Monitoring the Oceanic Waters of the Canary Islands: the deep hydrographic section of the Canaries
ISBN: ISBN - 10: 84-697-0471-0 ISBN - 13: 978-84-697-0471-4
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AuthorsVélez-Belchí, P. (Pedro); Hernández-Guerra, A. (Alonso); Barrera, C.; Fraile-Nuez, E. (Eugenio); Barrera, A.; Llinás, O.; Benítez-Barrios, V.M. (Verónica María); Domínguez, F.; Alonso-González, I.; González Dávila, M.; Santana-Casiano, J.M (Juana Magdalena); Hernández-Brito, J.J.; Presas-Navarro, C. (Carmen); Arístegui Ruiz, J.; Comas-Rodriguez, I; Garijo López, J.C.; Hernandez-León, S.; Pérez-Hernández, M.D. (María Dolores); Rodríguez Santana, A.; Sosa-Trejo, D.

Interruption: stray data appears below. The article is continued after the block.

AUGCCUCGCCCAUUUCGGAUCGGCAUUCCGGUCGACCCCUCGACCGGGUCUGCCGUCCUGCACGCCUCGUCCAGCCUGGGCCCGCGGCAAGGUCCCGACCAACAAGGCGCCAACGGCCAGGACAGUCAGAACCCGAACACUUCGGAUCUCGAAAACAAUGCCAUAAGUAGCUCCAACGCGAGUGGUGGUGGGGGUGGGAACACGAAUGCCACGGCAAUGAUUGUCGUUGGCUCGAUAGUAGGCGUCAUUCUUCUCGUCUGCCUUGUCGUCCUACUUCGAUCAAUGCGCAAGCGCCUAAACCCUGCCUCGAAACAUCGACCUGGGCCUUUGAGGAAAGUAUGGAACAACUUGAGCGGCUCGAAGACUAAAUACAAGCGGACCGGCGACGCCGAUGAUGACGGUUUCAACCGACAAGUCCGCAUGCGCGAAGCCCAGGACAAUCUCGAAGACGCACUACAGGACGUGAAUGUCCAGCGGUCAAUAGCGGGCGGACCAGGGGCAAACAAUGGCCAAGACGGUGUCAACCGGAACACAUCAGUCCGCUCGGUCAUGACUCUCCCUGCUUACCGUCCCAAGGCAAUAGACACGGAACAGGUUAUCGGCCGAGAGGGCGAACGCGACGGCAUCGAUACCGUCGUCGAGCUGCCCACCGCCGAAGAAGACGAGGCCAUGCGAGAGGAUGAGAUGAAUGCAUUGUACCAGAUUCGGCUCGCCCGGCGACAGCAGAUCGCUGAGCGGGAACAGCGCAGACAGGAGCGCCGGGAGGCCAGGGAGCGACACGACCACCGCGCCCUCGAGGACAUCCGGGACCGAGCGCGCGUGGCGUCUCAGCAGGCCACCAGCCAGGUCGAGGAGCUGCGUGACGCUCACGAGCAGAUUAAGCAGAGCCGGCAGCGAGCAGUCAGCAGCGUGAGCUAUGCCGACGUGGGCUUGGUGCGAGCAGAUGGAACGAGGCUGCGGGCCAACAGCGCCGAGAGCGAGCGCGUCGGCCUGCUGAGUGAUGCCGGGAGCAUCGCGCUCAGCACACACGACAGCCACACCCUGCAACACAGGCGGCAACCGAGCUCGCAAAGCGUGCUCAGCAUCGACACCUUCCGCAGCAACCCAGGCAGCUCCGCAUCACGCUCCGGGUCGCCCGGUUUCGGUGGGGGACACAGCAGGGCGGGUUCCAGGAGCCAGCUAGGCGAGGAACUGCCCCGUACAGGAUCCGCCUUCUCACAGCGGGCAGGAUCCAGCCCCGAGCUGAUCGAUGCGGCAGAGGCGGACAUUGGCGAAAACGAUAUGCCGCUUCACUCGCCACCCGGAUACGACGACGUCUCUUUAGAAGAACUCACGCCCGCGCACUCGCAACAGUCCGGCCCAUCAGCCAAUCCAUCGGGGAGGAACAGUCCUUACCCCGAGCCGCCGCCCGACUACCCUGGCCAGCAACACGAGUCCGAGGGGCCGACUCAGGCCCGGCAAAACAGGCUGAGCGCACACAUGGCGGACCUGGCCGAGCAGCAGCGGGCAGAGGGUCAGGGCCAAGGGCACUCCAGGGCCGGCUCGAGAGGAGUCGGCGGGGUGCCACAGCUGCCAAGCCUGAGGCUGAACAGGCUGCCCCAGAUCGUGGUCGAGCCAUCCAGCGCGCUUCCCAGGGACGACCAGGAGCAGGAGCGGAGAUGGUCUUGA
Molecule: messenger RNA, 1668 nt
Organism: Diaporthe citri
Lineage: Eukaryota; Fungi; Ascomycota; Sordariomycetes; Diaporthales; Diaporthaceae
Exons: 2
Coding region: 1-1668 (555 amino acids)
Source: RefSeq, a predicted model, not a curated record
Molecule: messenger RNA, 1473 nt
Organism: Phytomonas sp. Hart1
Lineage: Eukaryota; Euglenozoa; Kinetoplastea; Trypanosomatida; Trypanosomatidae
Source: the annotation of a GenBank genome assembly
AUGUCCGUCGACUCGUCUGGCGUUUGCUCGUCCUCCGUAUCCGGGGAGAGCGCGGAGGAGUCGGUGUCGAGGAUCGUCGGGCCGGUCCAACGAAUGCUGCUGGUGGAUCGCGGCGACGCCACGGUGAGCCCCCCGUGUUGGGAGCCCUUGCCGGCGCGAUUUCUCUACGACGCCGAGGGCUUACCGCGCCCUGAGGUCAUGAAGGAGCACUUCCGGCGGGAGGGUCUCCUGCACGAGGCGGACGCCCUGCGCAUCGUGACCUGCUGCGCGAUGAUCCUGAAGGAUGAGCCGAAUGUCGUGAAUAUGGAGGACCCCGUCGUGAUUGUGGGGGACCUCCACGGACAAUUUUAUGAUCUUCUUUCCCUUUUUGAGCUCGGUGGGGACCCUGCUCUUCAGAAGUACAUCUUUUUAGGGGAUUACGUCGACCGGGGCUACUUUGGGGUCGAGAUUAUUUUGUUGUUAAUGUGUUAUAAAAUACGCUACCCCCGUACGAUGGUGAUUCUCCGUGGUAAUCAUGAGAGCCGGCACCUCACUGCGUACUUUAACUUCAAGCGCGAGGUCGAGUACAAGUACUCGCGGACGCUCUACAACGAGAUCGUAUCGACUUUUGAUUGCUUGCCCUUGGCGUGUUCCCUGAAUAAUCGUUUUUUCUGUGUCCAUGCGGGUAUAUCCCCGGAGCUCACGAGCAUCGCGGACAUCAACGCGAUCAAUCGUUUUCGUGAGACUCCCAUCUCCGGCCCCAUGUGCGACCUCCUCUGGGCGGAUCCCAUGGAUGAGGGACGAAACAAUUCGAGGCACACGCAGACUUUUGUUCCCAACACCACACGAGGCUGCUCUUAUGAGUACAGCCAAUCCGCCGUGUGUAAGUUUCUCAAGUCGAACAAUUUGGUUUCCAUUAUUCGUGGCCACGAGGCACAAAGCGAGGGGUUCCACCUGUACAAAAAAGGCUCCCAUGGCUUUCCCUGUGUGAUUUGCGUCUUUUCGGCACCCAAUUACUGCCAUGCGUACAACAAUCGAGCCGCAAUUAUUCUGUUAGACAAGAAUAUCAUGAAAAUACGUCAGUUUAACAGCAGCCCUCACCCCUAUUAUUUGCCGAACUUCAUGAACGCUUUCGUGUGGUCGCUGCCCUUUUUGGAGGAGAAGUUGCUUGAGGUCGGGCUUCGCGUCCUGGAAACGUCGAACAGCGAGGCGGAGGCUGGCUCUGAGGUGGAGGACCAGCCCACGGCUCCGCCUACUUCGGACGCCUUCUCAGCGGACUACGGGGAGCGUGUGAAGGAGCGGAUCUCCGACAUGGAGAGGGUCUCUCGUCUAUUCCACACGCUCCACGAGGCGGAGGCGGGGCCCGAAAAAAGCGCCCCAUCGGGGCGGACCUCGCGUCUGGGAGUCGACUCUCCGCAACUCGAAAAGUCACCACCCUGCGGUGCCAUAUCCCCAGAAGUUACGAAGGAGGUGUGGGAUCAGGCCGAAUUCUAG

Due to the high density and heat capacity of water, the ocean modulates climate in scales much larger than the atmosphere, both spatially and temporally. In order to understand the mechanisms governing this internal variability of the ocean, and therefore climate, it is necessary to have long systematic observations. The Atlantic Meridional Overturning Circulation (AMOC), which is composed by the south- north circulation, transports 18Sv (1Sv=10E6m3/s) of water that carries more that 1.5PW (1PW=10E15W) of heat to the North Atlantic, and therefore plays a determining role in regulating the climate in Europe. An important component of the AMOC is the subtropical gyre, the largest oceanic structure of the North Atlantic. The Canary Islands are immersed in the eastern margin of the subtropical gyre, in the coastal transition zone of the Canary Current Upwelling System and therefore they are an ideal place for the study of the subtropical gyre variability. With this background, in 2006 the ...
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